Don’t Be Fooled by House of Fraser’s ‘No Fur’ Claims
PETA is urging Trading Standards to investigate possible consumer fraud at House of Fraser after the store displayed misleading signs promoting fur products.
The signs were placed directly above racks of animal-fur garments and read, “No Fur Product Is Stocked in House of Fraser”. In much smaller print, the sign continued, “(Unless It Is Responsibly Sourced)”.
House of Fraser began selling fur again in late 2019 after almost a decade as a fur-free department store chain. Customers who see the signs may be misled into purchasing a fur item, believing the fur to be synthetic or “humane”. Among other places, the notice was displayed above coats from French brand Pyrenex which are trimmed with raccoon-dog fur.
© Jo-Anne McArthur / The Ghosts In Our Machine
House of Fraser does not tout any accreditation supporting its claim that the fur it sells is “responsibly sourced” – and even when such accreditations are used, they are simply marketing schemes by the fur industry, as there is no “responsible” way to steal an animal’s skin.
Fur Production Is Always Cruel
Minks, foxes, and others exploited on fur farms are forced to live in crowded, filthy conditions before being slaughtered for their skin.
Living in cramped cages – far from their native homes and with no opportunity to play, jump, run, or do anything else that comes naturally to them – often drives these inquisitive, intelligent animals insane during their short lives. Fighting, self-mutilation, and cannibalism are common on fur farms.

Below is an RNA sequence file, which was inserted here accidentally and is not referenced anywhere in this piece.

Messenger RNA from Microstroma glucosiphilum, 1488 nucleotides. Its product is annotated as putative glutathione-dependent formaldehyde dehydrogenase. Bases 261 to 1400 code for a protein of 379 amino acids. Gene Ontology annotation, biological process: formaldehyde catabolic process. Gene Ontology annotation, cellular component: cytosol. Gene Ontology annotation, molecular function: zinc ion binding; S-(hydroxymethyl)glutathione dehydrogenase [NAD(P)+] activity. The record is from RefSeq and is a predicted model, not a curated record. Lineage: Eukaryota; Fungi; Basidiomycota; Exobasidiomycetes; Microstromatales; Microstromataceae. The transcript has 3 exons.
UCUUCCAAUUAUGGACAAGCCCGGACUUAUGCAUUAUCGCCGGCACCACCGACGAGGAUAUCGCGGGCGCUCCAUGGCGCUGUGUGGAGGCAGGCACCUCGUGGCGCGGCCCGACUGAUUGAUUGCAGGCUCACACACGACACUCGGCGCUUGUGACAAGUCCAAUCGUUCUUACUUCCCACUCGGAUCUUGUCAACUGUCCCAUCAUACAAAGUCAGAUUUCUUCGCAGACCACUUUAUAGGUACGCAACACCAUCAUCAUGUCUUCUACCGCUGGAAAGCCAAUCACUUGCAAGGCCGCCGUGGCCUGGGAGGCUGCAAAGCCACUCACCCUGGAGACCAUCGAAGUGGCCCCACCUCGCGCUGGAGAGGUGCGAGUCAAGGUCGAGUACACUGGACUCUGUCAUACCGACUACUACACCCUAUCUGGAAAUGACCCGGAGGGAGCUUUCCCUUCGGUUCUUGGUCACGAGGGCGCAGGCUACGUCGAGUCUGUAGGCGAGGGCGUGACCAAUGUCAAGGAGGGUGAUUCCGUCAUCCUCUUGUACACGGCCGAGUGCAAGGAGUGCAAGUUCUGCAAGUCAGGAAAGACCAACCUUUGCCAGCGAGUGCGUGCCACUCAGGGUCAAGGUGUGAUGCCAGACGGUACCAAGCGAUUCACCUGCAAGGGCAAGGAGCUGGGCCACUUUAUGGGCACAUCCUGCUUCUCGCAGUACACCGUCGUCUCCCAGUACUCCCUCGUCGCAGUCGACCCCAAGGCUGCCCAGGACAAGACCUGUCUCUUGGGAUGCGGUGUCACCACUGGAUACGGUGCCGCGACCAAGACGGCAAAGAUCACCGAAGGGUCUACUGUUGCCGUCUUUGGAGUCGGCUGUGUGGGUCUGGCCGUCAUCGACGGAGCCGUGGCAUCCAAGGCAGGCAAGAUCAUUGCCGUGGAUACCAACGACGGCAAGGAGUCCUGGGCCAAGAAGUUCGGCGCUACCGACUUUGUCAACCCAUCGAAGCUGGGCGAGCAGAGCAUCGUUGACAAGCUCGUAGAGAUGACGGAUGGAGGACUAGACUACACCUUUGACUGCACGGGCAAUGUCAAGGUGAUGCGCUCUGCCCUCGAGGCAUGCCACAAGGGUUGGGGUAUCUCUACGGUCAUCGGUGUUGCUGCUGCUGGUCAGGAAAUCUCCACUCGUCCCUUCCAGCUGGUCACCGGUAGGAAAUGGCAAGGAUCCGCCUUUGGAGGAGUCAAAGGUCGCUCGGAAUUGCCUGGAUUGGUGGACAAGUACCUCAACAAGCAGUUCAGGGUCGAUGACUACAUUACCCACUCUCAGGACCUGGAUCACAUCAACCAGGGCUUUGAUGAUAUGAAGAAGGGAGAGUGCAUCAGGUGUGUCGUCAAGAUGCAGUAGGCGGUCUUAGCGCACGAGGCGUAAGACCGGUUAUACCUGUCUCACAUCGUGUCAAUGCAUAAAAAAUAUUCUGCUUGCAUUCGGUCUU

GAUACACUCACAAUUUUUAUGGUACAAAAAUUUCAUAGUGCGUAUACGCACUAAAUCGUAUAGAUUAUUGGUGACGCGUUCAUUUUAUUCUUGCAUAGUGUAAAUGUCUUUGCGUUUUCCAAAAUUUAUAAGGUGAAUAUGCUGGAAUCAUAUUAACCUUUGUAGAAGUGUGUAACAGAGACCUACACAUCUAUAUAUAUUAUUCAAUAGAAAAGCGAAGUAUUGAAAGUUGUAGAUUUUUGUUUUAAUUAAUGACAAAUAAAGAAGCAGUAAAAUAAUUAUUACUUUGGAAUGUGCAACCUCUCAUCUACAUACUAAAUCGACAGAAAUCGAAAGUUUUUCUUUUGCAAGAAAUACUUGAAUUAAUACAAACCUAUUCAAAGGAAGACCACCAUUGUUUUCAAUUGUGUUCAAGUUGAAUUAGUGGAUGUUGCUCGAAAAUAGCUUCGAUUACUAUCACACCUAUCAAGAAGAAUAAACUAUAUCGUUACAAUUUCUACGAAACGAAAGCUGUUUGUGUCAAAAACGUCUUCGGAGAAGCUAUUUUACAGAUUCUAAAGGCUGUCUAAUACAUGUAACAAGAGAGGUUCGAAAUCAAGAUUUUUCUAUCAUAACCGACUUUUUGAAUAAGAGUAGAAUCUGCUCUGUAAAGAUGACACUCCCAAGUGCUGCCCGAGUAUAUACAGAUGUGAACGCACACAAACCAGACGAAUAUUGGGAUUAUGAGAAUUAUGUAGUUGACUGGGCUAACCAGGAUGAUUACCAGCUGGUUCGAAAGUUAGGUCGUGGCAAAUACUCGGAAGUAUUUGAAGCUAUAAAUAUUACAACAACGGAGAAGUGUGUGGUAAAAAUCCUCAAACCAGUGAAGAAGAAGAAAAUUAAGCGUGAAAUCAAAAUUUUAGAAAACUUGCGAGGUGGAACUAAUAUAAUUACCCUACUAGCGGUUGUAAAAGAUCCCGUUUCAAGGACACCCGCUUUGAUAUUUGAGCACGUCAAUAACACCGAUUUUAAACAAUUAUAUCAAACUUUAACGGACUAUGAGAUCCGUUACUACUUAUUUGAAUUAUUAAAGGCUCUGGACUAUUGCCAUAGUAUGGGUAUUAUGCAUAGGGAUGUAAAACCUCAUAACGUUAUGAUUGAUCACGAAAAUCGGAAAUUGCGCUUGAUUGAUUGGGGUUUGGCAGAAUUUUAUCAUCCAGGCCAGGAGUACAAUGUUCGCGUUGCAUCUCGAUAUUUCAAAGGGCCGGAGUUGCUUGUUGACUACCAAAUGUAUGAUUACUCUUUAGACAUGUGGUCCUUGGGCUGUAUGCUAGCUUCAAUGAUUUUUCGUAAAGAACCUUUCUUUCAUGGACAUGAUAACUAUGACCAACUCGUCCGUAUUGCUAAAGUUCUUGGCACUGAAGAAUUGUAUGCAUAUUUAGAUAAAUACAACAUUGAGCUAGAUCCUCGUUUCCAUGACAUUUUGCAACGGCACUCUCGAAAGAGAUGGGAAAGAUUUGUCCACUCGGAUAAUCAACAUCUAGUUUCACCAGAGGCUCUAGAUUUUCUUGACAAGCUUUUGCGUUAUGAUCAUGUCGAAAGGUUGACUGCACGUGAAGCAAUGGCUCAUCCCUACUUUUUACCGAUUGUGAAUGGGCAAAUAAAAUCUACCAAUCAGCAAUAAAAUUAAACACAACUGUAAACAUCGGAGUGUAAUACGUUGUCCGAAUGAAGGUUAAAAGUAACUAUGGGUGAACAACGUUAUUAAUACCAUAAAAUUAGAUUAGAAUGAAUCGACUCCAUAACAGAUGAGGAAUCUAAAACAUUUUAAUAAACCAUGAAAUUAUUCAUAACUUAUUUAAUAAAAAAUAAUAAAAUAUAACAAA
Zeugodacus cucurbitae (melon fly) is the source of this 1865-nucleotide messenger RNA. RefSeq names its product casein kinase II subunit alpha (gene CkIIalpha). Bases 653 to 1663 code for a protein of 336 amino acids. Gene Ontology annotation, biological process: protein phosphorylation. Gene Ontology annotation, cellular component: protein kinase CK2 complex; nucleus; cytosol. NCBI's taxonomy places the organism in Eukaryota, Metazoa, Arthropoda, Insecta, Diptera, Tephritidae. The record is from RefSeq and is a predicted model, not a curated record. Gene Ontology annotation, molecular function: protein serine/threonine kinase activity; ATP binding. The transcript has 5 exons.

The fur industry doesn’t just put animals through a living hell before tearing off their skin – it’s also destroying the planet. A study of mink farms in Europe determined the impact of fur production with regard to 18 different environmental issues – such as the climate crisis, ozone pollution, and water and land use. For 17 of the 18 issues, fur was found to be far more harmful than any other material.
Producing 1 kilogram of fur has a carbon dioxide equivalent (CO2e) factorof about 130 to 140 kilograms, compared to around 6 to 7 kilograms of CO2e for 1 kilogram of typical faux fur.
Breeding Grounds for Disease
Filthy fur farms packed with sick, stressed, and injured minks are a breeding ground for disease, and facilities in Denmark, the Netherlands, North America, and Spain have experienced outbreaks of COVID-19. The situation became so dire that the Dutch, French, and Polish governments have taken steps to end fur farming in their countries.
SARS and the novel coronavirus are thought to have first infected humans who came into close contact with captive wildlife at live-animal markets – which represent a similar public health risk to that posed by fur farms.
Call On House of Fraser to Drop Fur
Send Mike Ashley, CEO of Frasers Group, a message urging him to reinstate the department store’s no-fur policy immediately and adopt a company-wide fur ban. British consumers have made their views clear – selling fur is cruel and outdated and must end.